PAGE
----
One measure of the threat is that wind installations dropped 92 percent in 2013 when Congress failed to renew wind’s tax breaks. “Extending the Production Tax Credit and the Investment Tax Credit this year for the longest practical term,” Kiernan said, “will help wind power grow our economy and deliver more savings to American homeowners and businesses.”
The AWEA report shows that over 1.6 gigawatts (GW) in new wind capacity was installed for the third quarter of 2015, resulting in nearly 3.6 GW added for 2015 so far. This pace more than doubles the capacity installed for the same period in 2014 and brings total U.S. installed wind capacity to 69.47 GW, which is enough to power 18 million average American homes.
Looking forward, the report finds that a near-record of more than 13.25 GW of wind capacity is under construction in the U.S., with an additional 4.1 GW in advanced stages of development. Completion of these projects would bring total U.S. capacity to 86.8 GW. Those figures put the industry on track to achieve DOE’s Wind Vision goals of U.S. installed wind capacity of 113 GW by 2020, 224 GW by 2030, and 404 GW by 2050. As part of that growth, DOE sees the potential for 22 GW of offshore wind capacity installed by 2030 and 86 GW by 2050.
AWEA notes that the third quarter also saw North Carolina launch its first-ever wind farm, becoming the 40th state with commercial-scale wind power generation.
AWEA adds that corporations including Amazon and Hewlett-Packard and a growing list of U.S. cities have signed wind power purchase agreements for 20 years or longer. “These long-term contracts help non-utility purchasers of wind to hedge against the risk of increasing fuel costs by locking in low, fixed-cost rates for wind energy output,” AWEA explains, pointing out that “These commitments also help companies and cities to achieve their internal carbon reduction targets.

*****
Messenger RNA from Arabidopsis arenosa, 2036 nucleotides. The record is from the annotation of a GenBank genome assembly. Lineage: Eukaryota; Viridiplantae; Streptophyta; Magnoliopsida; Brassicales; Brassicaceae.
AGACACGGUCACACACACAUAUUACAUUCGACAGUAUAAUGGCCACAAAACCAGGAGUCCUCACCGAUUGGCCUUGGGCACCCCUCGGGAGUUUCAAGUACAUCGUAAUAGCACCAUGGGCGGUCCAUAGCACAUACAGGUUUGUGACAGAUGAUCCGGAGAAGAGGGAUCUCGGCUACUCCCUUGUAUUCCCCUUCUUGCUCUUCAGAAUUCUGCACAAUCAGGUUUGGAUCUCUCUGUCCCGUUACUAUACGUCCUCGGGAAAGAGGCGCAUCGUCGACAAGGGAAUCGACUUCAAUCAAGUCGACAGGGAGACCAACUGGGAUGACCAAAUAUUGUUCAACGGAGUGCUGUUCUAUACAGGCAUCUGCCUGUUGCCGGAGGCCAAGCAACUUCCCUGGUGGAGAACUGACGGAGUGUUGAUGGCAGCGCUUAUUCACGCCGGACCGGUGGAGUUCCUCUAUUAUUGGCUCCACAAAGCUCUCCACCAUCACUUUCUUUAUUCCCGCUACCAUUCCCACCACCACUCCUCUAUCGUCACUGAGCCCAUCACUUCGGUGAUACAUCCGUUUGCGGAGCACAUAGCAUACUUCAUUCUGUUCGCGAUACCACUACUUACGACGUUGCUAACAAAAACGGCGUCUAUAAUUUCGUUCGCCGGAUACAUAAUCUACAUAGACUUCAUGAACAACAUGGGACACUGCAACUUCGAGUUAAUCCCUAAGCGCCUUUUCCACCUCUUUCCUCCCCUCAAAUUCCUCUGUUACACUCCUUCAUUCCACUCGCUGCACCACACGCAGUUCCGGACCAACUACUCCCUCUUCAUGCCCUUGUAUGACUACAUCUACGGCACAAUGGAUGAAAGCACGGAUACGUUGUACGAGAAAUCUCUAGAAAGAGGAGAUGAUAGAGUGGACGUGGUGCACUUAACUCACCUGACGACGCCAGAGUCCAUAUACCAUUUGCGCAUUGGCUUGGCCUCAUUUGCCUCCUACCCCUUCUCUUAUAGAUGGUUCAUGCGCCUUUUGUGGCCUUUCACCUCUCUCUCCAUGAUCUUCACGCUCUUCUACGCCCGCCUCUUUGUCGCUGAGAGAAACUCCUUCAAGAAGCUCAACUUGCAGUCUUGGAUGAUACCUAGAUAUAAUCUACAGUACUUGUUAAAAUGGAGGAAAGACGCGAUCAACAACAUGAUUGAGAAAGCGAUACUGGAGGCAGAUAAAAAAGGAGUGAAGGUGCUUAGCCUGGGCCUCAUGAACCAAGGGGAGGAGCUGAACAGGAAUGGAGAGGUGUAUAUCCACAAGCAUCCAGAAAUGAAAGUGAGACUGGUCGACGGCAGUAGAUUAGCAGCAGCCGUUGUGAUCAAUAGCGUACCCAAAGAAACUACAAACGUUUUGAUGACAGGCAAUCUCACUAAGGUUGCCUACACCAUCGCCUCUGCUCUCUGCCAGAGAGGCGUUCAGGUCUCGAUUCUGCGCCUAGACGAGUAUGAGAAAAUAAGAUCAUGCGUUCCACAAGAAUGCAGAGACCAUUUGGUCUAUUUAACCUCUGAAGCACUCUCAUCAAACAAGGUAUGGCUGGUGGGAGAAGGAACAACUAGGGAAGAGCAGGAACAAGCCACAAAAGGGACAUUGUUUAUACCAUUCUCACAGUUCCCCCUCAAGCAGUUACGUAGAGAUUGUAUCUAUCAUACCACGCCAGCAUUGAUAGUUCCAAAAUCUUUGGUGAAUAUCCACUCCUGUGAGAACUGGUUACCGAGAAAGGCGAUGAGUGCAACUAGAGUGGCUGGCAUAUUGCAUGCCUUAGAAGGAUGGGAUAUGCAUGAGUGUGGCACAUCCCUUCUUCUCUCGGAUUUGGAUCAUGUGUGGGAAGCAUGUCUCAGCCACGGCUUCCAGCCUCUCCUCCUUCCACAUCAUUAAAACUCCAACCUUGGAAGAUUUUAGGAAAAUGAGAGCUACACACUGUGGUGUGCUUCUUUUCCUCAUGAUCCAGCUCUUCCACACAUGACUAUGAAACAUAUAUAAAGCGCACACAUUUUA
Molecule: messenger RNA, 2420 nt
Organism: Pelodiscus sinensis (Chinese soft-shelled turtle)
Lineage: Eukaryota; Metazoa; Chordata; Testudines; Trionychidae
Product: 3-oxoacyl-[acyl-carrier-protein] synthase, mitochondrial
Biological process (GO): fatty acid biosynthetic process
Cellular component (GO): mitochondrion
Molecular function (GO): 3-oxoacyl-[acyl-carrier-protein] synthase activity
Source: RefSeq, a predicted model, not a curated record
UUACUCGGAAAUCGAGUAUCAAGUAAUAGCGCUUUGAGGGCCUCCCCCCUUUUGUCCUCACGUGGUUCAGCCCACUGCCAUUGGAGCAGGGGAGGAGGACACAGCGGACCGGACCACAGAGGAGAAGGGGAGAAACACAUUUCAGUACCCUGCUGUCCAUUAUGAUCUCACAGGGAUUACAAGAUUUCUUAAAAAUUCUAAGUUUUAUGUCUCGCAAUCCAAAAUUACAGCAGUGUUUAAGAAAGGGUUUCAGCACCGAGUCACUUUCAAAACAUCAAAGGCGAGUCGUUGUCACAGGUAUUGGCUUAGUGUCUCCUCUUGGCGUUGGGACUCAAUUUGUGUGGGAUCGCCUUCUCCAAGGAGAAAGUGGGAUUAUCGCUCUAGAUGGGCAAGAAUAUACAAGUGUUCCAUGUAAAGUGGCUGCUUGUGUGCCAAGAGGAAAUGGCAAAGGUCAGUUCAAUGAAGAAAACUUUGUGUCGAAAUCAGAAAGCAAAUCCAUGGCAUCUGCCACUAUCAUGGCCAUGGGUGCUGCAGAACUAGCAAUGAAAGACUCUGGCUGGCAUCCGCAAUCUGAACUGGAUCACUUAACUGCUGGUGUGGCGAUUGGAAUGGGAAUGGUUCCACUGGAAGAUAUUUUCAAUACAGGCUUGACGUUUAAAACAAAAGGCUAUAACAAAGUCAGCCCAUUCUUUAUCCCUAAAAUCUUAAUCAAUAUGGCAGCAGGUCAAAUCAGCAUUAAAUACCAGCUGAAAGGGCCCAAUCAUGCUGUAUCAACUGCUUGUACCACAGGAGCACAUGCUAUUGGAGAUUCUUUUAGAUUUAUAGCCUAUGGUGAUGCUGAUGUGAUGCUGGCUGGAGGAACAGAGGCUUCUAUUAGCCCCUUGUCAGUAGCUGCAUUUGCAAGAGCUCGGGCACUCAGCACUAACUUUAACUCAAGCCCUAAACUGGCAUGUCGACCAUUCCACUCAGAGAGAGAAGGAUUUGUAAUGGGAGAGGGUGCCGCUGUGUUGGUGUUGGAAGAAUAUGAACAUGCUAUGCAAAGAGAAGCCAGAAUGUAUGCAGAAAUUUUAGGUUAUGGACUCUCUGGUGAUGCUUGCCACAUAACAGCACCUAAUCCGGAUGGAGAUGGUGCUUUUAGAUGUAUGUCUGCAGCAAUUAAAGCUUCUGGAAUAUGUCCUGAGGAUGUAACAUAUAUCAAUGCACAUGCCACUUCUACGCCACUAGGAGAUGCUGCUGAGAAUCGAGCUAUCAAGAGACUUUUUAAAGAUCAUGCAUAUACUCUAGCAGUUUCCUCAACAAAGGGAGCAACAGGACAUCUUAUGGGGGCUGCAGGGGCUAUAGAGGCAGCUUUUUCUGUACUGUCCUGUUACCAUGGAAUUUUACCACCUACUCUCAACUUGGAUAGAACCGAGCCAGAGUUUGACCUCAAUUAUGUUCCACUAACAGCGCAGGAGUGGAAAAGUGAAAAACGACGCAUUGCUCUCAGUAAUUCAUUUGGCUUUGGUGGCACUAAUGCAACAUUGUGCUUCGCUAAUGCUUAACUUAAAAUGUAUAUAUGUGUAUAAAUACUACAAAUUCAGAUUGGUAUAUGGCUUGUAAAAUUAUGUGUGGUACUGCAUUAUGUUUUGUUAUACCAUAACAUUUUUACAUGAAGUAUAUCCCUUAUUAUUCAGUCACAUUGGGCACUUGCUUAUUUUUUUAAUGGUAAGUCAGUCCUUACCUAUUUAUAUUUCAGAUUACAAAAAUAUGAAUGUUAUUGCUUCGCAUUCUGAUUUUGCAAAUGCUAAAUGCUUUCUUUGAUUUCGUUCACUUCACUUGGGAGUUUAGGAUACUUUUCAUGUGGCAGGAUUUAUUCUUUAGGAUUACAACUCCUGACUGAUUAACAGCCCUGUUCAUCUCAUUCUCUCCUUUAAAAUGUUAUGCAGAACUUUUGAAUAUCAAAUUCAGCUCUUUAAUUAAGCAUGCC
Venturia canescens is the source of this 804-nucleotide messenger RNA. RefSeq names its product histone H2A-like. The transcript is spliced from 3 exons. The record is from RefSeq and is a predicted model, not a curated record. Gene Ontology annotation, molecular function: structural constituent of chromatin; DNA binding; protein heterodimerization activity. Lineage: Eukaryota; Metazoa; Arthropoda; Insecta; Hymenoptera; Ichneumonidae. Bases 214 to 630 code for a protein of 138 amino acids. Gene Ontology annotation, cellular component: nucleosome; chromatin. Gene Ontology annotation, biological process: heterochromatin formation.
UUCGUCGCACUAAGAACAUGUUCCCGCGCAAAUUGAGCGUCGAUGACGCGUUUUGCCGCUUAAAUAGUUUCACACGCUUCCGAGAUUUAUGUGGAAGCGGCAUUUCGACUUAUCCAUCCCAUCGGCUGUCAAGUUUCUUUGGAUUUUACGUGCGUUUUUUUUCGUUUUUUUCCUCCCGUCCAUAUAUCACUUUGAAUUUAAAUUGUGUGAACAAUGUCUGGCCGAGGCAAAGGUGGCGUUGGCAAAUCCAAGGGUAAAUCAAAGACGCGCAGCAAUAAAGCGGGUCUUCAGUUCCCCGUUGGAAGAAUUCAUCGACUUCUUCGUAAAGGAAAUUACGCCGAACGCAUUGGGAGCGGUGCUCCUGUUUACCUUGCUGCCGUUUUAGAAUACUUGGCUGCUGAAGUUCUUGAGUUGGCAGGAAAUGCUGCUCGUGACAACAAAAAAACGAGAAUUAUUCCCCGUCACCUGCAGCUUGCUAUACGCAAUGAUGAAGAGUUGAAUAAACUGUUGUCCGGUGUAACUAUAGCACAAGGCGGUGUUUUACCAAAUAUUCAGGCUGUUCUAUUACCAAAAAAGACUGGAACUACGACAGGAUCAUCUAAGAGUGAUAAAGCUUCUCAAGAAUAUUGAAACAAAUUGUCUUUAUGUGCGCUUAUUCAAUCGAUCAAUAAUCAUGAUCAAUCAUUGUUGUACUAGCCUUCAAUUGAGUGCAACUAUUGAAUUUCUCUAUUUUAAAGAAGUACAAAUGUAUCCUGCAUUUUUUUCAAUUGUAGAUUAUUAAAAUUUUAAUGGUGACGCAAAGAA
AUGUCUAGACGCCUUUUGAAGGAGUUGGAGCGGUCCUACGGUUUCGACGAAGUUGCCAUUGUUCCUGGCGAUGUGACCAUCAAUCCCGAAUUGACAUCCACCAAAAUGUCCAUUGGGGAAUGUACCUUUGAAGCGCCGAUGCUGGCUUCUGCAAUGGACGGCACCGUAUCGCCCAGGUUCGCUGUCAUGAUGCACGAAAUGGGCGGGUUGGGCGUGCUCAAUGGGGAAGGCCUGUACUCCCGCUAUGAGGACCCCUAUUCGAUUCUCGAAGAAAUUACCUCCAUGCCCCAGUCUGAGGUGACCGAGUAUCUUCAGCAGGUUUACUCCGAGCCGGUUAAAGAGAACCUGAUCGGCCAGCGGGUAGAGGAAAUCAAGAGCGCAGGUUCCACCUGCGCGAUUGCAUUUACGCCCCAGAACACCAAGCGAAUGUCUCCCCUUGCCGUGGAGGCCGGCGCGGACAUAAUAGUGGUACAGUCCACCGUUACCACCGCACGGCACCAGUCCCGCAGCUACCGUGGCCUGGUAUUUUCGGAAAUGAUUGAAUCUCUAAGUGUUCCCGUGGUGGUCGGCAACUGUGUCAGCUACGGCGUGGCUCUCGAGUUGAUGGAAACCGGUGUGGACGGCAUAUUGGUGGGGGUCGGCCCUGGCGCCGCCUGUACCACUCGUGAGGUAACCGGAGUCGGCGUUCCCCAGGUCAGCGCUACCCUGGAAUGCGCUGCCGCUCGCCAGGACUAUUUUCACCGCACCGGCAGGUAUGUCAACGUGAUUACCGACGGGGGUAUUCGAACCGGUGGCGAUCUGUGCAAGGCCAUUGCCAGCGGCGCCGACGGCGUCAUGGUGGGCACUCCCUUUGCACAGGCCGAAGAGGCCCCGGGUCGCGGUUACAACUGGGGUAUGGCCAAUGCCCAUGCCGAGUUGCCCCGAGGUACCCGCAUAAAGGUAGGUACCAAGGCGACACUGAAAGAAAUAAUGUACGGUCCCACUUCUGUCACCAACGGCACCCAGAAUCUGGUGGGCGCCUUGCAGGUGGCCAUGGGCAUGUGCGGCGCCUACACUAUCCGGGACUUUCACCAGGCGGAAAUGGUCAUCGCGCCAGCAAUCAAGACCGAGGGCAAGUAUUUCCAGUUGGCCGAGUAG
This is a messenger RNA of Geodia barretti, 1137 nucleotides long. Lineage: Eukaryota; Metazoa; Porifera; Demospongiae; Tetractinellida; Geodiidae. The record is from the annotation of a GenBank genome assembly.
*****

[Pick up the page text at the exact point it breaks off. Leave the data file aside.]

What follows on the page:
In a webcast about AWEA’s 3Q report, Kevin Helmich, Iberdrola Renewables’ managing director for Midwest and Eastern origination, said that in order for wind to give consumers new savings and reliability opportunities, “We encourage Congress to continue affording those opportunities by extending the renewable Production Tax Credit to enable the construction of thousands of additional megawatts to serve consumers large and small with affordable, clean power.”
The latest AWEA numbers confirming wind power’s rapid growth come at a critical time. Wind power is a key part of the administration’s Clean Power Plan (CPP) And the CPP is a key part of the administration’s effort to persuade other countries to commit to equally bold carbon emissions limits when the international climate summit is held in Paris Nov. 30 to Dec. 11.
But coinciding with the anti-CPP lawsuits filed Friday, Senate Environment and Public Works Committee Chairman Jim Inhofe, R-Okla., joined Senate Majority Leader Mitch McConnell, R-Ky., and Sen. Shelley Moore Capito, R-W.Va., in sponsoring congressional resolutions to rescind the Clean Power Plan.
Aiming his remarks directly at the climate summit in Paris, Inhofe said that rescinding the CPP is “intended to make it very clear to the international community that the majority of Congress does not support the president’s climate agenda. The majority of Congress does not support any effort to fund his climate agenda, and any associated promises made by this administration, whether through political or legal means, will be short-lived.”
DOE’s Wind Vision report forecasts that a rapid transition from coal to wind by 2050 would reduce electricity costs and generate hundreds of billions of dollars in savings along with environmental and health benefits. In sharp contrast and echoing the anti-CPP lawsuits, Inhofe charges that implementing the CPP “will cost over $192 billion, increase the price of electricity, reduce grid reliability, and have no considerable impact on the environment.”
Oklahoma’s other U.S. senator, Republican James Lankford, has introduced his PTC Elimination Act to “phase out federal renewable energy tax credits, including wind, by 2026.” He says that while he supports wind as part of an all-of-the-above energy strategy, wind has become “a self-sustainable, multibillion dollar industry” so that “there is no need for the taxpayer to continue to subsidize a wind start-up tax credit.”